This morning during school drop off I overheard a short conversation between two parents about the younger sister of a girl in my son’s school, who was probably about four years old. She had fallen off her scooter and scraped her face, and someone was kindly inquiring about what had happened.
After explaining the event, the parent of the girl said, “She’s always battered and bruised!” which was responded to with:
“She must be the boy of the family!”
Then chuckles ensued before the two parents, and the little girl, parted ways.
Now let me first say that I know we can all say things just to make conversation and that a lot of times words can escape our lips before we think of the longterm effects they might have. I know it because it happens to me all the time. This was a quick comment made in passing… no harm done, right?
But as I walked home holding my six month old daughter in the baby carrier, wondering about her future as a woman in today’s world and considering how I wanted to encourage her to be whatever she wants to be in this life, I couldn’t get those words out of my mind.
Let’s just imagine for a minute.
Imagine you are a little girl overhearing a similar comment being made about you every week or two from age two to four years old, constantly comparing you to boys…
“What a tomboy!”
“Wow, she really likes boy stuff!”
“She’s definitely not a girly girl.”
“Yep, she’s playing with the boys again. She fits right in!”
“She just prefers the boy toys.”
“She’s really tough just like her brothers.”
“Don’t you want to play dress-up with some of the girls today? You played with the boys yesterday!”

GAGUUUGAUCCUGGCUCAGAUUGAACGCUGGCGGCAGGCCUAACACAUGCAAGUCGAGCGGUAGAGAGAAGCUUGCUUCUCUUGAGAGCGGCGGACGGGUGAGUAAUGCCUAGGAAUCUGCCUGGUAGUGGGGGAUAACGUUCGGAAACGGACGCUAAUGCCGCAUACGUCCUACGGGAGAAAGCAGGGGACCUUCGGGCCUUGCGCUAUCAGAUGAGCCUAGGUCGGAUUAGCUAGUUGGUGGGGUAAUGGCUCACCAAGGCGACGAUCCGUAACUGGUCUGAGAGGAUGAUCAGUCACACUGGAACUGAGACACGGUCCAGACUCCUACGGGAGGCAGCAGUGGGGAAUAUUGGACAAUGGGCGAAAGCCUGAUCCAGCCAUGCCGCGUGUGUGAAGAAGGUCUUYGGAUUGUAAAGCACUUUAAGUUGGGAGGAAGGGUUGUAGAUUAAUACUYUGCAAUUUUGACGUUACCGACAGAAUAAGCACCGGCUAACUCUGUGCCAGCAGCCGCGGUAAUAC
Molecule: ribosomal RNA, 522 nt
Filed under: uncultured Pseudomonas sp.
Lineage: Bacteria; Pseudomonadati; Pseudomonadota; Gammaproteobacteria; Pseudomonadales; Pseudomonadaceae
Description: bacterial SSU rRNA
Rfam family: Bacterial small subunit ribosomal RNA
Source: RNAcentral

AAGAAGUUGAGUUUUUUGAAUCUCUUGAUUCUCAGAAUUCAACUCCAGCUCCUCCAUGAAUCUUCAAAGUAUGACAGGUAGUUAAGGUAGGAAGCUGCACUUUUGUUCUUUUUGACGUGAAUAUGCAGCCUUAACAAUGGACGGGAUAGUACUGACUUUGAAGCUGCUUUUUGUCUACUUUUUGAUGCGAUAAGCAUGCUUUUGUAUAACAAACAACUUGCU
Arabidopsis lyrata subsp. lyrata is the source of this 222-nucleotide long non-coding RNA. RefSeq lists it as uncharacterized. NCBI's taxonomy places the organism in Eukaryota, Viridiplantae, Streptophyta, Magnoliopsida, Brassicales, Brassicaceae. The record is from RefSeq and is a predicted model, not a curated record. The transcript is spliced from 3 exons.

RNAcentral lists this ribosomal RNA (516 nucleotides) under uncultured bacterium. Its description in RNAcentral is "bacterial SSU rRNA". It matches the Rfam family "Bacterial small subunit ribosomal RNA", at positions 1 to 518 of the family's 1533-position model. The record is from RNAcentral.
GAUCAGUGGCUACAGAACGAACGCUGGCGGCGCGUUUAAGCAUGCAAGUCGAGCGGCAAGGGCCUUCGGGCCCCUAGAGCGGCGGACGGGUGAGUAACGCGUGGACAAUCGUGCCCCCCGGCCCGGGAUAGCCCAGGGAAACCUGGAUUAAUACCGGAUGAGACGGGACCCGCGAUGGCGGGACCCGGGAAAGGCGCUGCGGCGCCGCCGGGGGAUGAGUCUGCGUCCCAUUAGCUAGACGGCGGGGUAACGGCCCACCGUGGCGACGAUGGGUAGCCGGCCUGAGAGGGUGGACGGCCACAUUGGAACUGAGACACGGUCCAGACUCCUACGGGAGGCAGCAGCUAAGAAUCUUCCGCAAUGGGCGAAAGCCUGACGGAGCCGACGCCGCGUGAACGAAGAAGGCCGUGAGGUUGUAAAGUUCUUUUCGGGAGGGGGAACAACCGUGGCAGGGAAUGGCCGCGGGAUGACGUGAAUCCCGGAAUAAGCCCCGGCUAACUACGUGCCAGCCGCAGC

“All her friends are boys, it’s like she’s one of them.”
“She’s over there in the sandbox with the boys. AGAIN.”
“What?! You don’t like dolls? I’ve never met a girl who didn’t like dolls!”
By the time you are five years old, no wonder you might be classified as a “tomboy” or – if you hated the comments and absolutely wanted them to stop – you may shun all “boy things” and make sure you are only doing “girl things” from here on out.
So what happens?
Doors are closed, opportunities are disregarded because you feel you have to fit into the mould society has classified as “girl.” Or you feel like you don’t fit in with other girls because you like “boy stuff.”
You ignore your inner compass which points you in the direction of what you truly love, and concentrate your time and energy on fitting in.
You are not free to be yourself. You have to stick to the realm of “girl.” Or you are stuck feeling like you will never be “girl” enough.
And that is why I hope as a society we decide to STOP saying phrases like this.
Phrases that make our girls think they are “like a boy” because they like to be active, to get messy, to experiment, to ask crazy (or what some might call “inappropriate”) questions, to be loud… to be themselves!
I do personally believe both nature and nurture come into play while shaping a person, but all kids are on a spectrum regardless of gender. Why do we have to put gendered labels on personality and preference? Why can’t we just be ourselves?
If a girl likes to ride her bike and often has scrapes and bruises, so what? She’s no less of a girl.
And if she prefers to play with dolls and dress up, she’s no more of a girl either.
Let’s respect our girls for who they are as individuals, and not confine them to stereotypes that have no place in a society that claims equality for all.
How can we encourage our daughters to pursue life on their own terms, if we keep boxing them into a set of stereotypes that cuts out half of their choices?
It’s not easy to stop saying phrases and making comparisons you’ve heard your whole life, but I’m going to try – for my daughter’s sake and for the sake of every other child out there who has the right to be whoever they want to be, regardless of if they are a girl or a boy. I hope you will, too.
What do you think? Are comments that tell girls they are “acting like boys” harmful? What are some other phrases we need to stop saying to let our girls be whoever they want to be?
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